The most striking statistic: 41% of fans who deem Star Wars to be political disagree with its politics. These political stances stop half of those fans from watching.

Admittedly, most of this backlash to Star Wars’ politics is confined to a small fraction of the fanbase. The boycotts of The Force Awakens and Rogue One didn’t stop them from making over $1 billion each. Only 7% of fans disagree with Star Wars’ politics, while a majority of fans deny that the movies are political at all. Social media platforms are likely to blame for amplifying dissenting voices. A 2018 study indicates that “more than half [of Star Wars haters] are bots, trolls/sock puppets or political activists using the debate to propagate political messages supporting extreme right-wing causes and the discrimination of gender, race or sexuality.”

Regardless, this backlash represents a monumental shift in the attitudes of Star Wars fans. Star Wars is not uniquely political but is rather emblematic of the larger culture war. The close link between online “trolls” and the recent films reflects how activists weaponize Star Wars in political discourse. 

Disney AND Rising Polarization? I Have a Bad Feeling About This…

So, why are some Star Wars fans so opposed to these new movies?

Well, Disney’s takeover of the franchise in 2012 certainly didn’t help. The corporation has always been a major fixture in the culture war. Traditionally, left-leaning critics decried its cultural imperialism. More recently, the corporation has been a target for conservatives, exemplified by the recent Ron DeSantis scandal. From recent diverse casting choices to WWII propaganda, the inextricable link between Disney and politics fans the flames of the Star Wars backlash.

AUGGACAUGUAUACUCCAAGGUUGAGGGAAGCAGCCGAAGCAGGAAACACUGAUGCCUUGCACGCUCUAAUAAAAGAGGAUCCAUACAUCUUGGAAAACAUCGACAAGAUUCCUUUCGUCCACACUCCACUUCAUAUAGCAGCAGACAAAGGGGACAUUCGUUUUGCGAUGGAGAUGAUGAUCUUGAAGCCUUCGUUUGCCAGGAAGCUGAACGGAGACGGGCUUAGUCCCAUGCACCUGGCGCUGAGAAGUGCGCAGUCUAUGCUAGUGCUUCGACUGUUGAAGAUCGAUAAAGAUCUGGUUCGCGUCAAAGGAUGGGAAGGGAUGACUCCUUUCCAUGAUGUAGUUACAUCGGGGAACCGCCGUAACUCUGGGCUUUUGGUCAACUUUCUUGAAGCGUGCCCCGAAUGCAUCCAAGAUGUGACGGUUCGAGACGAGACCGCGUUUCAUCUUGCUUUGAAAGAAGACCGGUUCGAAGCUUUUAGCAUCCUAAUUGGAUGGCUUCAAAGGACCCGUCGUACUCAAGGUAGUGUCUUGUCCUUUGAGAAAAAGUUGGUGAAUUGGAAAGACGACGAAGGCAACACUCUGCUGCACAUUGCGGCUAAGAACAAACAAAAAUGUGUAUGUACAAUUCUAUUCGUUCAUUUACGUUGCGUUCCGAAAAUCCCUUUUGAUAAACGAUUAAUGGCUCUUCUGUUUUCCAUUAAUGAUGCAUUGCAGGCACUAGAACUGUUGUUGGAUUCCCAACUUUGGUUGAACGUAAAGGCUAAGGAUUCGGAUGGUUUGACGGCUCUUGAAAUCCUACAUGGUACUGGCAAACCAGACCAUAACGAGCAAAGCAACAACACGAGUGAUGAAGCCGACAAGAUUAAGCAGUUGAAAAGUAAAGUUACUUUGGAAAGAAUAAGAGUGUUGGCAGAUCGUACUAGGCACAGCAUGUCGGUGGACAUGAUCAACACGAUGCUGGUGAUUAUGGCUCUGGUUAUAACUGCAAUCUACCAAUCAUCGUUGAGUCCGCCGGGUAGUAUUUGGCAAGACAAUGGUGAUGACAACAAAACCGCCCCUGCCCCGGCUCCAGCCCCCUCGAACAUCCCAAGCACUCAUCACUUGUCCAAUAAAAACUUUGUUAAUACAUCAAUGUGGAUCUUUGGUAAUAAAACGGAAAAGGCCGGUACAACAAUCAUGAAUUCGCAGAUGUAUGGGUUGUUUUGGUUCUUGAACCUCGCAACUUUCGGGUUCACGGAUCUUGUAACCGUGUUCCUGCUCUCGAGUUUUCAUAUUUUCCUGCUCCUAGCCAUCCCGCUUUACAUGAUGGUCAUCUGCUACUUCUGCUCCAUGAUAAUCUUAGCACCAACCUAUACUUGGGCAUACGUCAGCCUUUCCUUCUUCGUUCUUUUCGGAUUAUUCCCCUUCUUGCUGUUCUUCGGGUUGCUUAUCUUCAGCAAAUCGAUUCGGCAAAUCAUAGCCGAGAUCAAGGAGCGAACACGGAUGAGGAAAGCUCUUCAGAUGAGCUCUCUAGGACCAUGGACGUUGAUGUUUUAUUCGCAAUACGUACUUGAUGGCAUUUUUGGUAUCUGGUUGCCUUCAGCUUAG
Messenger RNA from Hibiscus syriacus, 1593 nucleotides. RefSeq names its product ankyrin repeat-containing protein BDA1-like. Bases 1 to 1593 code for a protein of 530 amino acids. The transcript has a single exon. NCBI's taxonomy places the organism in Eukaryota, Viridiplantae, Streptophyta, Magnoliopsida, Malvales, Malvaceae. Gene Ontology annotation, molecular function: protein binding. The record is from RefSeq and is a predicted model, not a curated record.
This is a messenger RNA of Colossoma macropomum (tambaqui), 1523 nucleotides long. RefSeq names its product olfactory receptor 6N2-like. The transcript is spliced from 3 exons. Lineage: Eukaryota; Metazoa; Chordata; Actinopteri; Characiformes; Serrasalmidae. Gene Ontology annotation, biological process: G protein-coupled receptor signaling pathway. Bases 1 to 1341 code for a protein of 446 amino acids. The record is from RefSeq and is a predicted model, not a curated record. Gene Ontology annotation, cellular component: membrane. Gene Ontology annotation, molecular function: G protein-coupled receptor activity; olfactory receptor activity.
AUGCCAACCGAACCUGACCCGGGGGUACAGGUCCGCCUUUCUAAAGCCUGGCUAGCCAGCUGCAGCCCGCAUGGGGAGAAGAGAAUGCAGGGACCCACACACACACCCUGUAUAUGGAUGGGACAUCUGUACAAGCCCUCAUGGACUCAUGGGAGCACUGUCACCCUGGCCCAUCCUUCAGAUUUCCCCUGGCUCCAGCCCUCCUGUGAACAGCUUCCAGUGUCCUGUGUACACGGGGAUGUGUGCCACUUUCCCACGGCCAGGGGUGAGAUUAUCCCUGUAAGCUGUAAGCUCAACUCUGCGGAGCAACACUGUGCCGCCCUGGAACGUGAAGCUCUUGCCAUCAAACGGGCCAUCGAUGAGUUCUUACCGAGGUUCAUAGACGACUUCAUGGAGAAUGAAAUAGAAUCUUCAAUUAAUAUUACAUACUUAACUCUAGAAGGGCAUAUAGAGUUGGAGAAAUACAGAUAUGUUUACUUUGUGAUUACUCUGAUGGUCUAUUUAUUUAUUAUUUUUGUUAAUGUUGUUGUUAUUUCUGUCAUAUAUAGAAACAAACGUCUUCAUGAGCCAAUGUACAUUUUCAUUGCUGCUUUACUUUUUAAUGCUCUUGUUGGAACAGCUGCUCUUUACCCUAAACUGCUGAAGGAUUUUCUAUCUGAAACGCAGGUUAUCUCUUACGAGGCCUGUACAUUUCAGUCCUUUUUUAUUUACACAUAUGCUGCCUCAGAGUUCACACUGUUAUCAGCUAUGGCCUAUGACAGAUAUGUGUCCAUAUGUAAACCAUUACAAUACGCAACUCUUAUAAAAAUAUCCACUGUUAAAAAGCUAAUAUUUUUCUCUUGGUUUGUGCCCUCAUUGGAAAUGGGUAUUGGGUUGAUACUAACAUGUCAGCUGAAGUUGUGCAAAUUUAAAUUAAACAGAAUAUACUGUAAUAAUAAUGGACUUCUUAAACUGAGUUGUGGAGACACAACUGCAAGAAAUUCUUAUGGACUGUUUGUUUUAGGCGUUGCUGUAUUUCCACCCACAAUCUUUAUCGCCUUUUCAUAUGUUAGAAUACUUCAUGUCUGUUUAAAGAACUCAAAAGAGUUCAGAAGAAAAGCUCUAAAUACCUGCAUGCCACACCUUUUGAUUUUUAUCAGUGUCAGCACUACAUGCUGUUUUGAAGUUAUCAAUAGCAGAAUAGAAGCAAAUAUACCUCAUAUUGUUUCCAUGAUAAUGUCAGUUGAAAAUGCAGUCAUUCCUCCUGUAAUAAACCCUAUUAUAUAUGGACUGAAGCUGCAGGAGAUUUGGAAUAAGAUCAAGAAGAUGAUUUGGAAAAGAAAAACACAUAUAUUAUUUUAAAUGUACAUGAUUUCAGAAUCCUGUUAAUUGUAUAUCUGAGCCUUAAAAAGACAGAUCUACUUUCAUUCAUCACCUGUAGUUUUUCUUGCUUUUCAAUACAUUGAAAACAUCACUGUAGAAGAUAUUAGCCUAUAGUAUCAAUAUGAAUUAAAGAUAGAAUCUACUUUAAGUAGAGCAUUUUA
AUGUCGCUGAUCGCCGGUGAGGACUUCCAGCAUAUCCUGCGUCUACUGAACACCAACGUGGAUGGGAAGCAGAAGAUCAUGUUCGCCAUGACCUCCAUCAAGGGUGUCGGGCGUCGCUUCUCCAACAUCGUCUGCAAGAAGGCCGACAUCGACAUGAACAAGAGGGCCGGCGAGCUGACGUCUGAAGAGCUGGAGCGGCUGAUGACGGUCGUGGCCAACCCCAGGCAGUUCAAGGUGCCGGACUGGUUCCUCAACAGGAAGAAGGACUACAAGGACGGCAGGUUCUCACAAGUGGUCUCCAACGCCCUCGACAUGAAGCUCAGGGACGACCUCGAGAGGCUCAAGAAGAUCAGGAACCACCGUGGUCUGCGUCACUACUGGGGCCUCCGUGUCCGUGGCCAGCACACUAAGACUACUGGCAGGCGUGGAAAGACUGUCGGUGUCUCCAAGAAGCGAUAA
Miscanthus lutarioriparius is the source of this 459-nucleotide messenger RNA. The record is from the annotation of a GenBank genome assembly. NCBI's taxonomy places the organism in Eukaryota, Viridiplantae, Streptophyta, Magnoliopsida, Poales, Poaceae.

There are bad optics here, too. A massive corporation takes ownership of a beloved franchise, and then support for multiculturalism and democracy feels like elitist liberalism rather than authentic political expression. Everyone loves an underdog, so it’s no surprise that fans are more skeptical of Disney’s politics. Especially since Disney’s executives have enormous creative control over its films and their messages, fans are unsure if the politics in new Star Wars movies are just an appeal to a mass audience. What was once genuine criticism of conservatives under Lucasfilm is now cynical corporatism from a multibillion-dollar company.